CHAMPAIGN, Ill. (WCIA) — Sunday night’s Foreigner concert at the State Farm Arena featured a retiring teacher singing on stage, together with her choir students, for the second-to-last song of the night, “I Want to Know What Love Is.”
Thirty-year veteran teacher and choir director Marian Wyatt donned a blue robe and sang alongside 31 of her students from Centennial High School.
Before taking the stage, Wyatt reminisced on her career with fondness, and said emphatically, “Music makes a difference.”
“I am so fortunate to know that my very last day of employment in Champaign Unit 4 schools that our choir had the lifetime opportunity to sing with Foreigner,” Wyatt said.
The legendary 80’s rock band regularly recruits local community choirs to help them perform on tour as they travel the country.
“I especially do enjoy the part where the choir comes out, because you get to witness their enthusiasm,” bass player Jeff Pilson said backstage. “You’re sort of living it through their eyes. And that’s a real powerful thing.”
No one was more excited than Wyatt herself, whose eager energy lit up each room she entered.
“Did you see the kids faces? They know that when they’re singing, they’re going to touch someone’s life,” she said after a brief rehearsal on stage. “And they’re making a lifetime memory tonight.”
“Some of them, you can see it,” Pilson said. “They’re connecting. ‘Wow, I get it. This is great.’ And I wonder, are we maybe launching a career somewhere down the line? I hope so.”
In addition to enlisting the help of local school choirs, Foreigner also donates $500 to each school’s music program to help assist their production.
Pilson says he is “a product of public school music education, so I believe in it a lot.”
As an Illinois native from the Chicagoland suburbs, Pilson knows how tough it can be for some schools to keep their music program up and running.
“Schools get hit with funding problems, and the first thing that goes is usually the music program, which is really unfortunate,” he said.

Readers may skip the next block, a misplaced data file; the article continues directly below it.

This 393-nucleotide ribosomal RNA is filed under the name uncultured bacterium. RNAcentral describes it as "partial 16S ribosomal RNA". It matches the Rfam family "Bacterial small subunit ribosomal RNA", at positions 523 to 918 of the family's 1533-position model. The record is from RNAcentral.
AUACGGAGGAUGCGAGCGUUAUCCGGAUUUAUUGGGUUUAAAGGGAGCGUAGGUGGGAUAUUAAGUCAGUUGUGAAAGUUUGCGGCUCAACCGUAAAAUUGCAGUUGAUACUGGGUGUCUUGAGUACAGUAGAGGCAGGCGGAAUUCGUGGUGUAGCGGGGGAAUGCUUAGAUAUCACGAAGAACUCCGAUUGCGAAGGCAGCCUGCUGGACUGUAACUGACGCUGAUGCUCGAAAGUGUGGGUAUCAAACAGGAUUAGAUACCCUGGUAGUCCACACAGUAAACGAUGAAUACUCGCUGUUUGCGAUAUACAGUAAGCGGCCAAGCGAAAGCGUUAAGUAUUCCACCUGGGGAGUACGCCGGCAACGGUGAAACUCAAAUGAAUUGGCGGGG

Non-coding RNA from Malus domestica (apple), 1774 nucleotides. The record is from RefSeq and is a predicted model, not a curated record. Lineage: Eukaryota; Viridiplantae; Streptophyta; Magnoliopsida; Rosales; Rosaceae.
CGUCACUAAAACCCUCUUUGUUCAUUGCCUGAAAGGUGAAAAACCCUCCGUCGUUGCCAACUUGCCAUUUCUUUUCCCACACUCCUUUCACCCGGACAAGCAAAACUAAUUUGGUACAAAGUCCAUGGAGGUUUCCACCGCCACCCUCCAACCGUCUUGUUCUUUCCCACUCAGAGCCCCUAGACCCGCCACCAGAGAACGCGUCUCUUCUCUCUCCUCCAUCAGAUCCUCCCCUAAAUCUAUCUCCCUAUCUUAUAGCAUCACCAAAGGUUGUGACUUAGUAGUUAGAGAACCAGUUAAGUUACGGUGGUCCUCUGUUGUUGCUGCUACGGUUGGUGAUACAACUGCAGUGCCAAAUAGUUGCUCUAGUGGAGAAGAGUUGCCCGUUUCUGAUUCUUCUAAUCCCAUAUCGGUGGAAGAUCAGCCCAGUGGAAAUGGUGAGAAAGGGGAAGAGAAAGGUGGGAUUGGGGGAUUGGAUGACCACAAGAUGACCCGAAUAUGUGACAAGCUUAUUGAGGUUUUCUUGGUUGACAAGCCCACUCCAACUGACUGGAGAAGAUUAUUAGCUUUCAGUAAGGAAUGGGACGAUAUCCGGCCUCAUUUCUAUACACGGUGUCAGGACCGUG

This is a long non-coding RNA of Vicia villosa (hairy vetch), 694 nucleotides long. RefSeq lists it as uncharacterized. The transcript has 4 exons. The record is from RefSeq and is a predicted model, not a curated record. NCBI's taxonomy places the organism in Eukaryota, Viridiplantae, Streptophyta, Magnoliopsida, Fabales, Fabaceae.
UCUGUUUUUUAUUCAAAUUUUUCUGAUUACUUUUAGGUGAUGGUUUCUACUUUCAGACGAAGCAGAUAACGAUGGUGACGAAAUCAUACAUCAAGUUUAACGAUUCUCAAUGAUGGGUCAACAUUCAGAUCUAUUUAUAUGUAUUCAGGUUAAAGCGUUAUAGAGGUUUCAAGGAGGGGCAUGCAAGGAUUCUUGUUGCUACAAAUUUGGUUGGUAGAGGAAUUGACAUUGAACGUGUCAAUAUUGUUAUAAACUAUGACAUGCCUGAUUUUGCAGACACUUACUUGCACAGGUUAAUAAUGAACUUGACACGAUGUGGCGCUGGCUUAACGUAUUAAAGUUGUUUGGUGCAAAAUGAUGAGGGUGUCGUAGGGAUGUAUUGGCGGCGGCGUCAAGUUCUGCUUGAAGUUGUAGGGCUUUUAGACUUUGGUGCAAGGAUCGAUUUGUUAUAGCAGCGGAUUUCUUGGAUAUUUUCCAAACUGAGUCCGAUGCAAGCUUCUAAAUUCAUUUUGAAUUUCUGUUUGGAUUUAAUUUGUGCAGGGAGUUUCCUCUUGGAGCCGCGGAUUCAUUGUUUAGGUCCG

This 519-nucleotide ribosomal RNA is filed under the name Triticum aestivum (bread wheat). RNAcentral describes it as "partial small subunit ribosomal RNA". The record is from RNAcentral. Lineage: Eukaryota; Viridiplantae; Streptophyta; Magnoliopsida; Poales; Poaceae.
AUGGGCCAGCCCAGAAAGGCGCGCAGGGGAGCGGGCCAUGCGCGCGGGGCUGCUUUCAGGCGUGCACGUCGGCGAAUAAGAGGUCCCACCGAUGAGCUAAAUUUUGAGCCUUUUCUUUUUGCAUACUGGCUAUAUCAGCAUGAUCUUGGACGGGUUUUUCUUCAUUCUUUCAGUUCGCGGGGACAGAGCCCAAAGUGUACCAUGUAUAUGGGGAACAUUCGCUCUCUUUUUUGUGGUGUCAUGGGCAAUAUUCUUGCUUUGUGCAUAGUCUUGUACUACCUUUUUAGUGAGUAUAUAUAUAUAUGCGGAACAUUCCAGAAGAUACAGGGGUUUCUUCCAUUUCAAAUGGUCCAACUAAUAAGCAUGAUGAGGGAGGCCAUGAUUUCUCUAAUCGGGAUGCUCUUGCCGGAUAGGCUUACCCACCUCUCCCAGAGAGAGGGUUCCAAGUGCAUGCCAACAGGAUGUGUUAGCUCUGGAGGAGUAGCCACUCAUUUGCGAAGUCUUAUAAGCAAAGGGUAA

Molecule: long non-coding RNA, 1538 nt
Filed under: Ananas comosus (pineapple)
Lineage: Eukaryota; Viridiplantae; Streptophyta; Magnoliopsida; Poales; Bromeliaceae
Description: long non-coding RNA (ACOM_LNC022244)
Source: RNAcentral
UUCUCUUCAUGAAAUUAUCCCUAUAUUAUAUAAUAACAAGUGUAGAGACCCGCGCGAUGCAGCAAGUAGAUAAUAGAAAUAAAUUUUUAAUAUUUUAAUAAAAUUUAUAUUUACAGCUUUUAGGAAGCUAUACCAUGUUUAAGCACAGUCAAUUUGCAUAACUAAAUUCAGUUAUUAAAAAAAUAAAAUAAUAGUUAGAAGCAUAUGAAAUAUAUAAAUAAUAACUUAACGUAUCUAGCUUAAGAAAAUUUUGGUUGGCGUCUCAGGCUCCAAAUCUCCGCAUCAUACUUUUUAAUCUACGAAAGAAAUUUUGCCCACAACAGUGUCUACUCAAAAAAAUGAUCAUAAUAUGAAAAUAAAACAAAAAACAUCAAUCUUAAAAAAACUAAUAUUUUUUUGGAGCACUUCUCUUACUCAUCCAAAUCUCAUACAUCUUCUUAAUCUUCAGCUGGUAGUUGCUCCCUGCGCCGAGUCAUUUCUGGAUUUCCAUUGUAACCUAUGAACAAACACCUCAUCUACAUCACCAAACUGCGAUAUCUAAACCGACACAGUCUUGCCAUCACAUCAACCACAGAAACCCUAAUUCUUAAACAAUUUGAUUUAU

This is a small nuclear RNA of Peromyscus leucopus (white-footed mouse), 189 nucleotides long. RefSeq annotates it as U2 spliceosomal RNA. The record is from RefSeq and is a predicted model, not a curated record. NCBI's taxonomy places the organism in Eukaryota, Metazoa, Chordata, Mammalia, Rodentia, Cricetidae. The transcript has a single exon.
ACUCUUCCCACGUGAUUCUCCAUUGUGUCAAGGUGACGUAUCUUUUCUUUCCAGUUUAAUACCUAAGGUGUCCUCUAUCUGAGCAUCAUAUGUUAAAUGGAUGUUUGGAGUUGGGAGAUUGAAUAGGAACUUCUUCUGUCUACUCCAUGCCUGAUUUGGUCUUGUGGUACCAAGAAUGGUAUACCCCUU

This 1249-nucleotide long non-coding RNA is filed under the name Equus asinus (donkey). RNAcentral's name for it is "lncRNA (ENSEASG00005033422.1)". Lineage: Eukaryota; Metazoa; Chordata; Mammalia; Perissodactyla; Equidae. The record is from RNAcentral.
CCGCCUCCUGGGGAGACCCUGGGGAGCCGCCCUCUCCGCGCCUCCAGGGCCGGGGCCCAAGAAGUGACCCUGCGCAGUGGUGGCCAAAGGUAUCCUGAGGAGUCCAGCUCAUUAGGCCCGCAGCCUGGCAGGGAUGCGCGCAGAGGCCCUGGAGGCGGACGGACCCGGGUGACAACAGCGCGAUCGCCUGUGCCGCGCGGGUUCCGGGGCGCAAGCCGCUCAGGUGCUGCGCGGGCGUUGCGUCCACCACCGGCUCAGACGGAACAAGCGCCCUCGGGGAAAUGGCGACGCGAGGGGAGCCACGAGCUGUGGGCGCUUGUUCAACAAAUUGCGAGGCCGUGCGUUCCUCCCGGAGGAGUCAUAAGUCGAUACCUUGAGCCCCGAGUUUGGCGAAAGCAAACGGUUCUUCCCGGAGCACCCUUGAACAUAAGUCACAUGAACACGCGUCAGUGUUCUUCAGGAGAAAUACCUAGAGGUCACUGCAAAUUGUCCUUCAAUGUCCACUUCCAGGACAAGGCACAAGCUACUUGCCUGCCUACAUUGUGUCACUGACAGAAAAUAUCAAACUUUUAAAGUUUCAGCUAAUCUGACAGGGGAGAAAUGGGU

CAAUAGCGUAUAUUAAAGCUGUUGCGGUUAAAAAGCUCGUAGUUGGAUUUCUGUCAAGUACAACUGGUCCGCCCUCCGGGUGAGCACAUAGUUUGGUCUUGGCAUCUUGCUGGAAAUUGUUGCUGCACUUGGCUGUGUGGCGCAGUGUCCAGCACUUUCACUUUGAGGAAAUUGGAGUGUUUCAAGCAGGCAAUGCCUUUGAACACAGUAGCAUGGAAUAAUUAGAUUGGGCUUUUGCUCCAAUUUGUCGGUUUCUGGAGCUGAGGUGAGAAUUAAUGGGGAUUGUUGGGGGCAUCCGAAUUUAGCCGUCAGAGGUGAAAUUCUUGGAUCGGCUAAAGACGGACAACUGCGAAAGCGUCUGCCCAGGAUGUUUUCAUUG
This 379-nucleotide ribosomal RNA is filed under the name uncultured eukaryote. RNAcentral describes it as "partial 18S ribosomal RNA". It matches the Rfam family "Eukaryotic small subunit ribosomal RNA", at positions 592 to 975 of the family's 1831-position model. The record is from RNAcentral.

But in Champaign, with Wyatt at the helm for the last three decades, the music program was in good hands.
“It means so much,” class of 2019 graduate Allison Leman said. “She’s influenced so much. She’s like a mom to me.”
“I was in her class for four years,” WCIA3 cameraman Ethan Young said. “I don’t regret a second of it.”
Young learned how to edit audio and video files in Wyatt’s class — skills he used to shoot and edit the very story about Wyatt’s final musical act on stage.
“It was something I’ll never forget,” he said.
Wyatt’s ability to develop a personal bond with her students extended even to the ones who were once reluctant to sign up and sing out.
“She definitely helps the kids get into something they never thought they could,” 2019 Centennial graduate Thomas Green said moments after filing off the school bus at the concert.
Green said Wyatt taught the class to “put everything into every song, and treat it as if it will be your last.”
Sunday night’s song may have been her last song on stage, but it’s one she, her choir, and the band itself won’t forget anytime soon.
Right before the concert started, Wyatt hugged Pilson, and he offered her this word of gratitude — one rockstar to another:
“Thank you for all you do, because it is very, very important,” he said. “It’s really important work.”
Wyatt said she will have no regrets when she turns in her classroom keys on Monday morning.
“Be happy that it happened,” she quipped, quoting Dr. Suess, “don’t be sad that it’s over.”
Editor’s Note: Photos courtesy of Ben Tschetter.